Carefully calculate all the resources you’ll need for a given project. The contest, for example, isn’t just about my ponying up the cash for the prize. I’ve also performed free consultations with the senior editor about how to properly run a contest; what expenses he might encounter and how to avoid them; how best to utilize the contest to enhance exposure for the magazine (a very worthy cause, by the way); the time I’ll dedicate to reading the short list of entries; the selection process; etc. etc. etc.
So it’s time, effort and money. Right now I can manage this without detracting from my clients or my own novels. Later I can look at those big projects I want to do!
Plus, the goodwill that I, my novels and my company will gain from this endeavor can’t be overlooked. Really, the investment is worth far more than any advertisement I might pay for. I’m providing an opportunity for other authors to succeed, to be recognized in their field. Since I know firsthand from my first novel having received two national awards, I know what an important boost that can be!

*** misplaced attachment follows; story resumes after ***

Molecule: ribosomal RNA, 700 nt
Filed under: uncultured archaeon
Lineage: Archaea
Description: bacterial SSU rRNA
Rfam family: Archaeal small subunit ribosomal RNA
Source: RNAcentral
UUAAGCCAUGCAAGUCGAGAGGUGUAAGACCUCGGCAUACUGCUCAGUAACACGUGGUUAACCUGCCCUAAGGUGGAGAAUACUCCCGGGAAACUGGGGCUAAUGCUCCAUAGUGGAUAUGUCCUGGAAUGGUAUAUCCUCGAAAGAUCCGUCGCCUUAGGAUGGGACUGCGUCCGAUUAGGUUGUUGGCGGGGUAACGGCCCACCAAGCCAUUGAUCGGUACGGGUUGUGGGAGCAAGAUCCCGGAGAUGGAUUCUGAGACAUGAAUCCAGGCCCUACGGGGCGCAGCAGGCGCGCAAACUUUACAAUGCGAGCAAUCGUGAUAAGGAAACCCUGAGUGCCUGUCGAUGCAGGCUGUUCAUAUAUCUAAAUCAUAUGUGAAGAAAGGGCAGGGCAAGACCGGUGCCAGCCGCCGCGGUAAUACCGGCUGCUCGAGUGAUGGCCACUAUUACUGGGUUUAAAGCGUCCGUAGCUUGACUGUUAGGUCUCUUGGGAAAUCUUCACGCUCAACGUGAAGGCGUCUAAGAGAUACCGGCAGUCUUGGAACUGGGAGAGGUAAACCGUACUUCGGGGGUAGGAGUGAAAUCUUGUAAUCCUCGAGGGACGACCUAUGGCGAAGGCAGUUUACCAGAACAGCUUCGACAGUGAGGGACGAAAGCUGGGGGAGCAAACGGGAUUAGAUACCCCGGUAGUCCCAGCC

Did your employees buy-in to the idea of giving back or were there struggles? If so, how were they overcome?
N/A; all my associates operate their own companies.
What impact do you want your company to have?
Mostly to provide validation, respect and honor to the individuals who place in the contest. The cash is great but will be gone quickly, I’m sure. Knowing that their work was good enough to rise to the top is invaluable.
What is the most rewarding experience you can recall as a result of running your company this way?
A client of mine and I are now developing audio CDs to help people remake themselves during tough times and to face their fears. We’re going to share our very different yet very astonishing stories about triumphing over tragedy and danger and arriving where we are today. This is a heartfelt project that I’m doing with someone I adore and respect. There is no greater reward than that.
Final words of wisdom...
Giving back impacts your bottom line. No question. You get free “advertising” when people sing your praises to others.
Since as much as 80% of clients who will close contracts will come through referrals, you cannot ignore the benefits of giving back. Corporate goodwill should be a regular, budgeted part of every company that plans to succeed. Besides, it’s just good karma!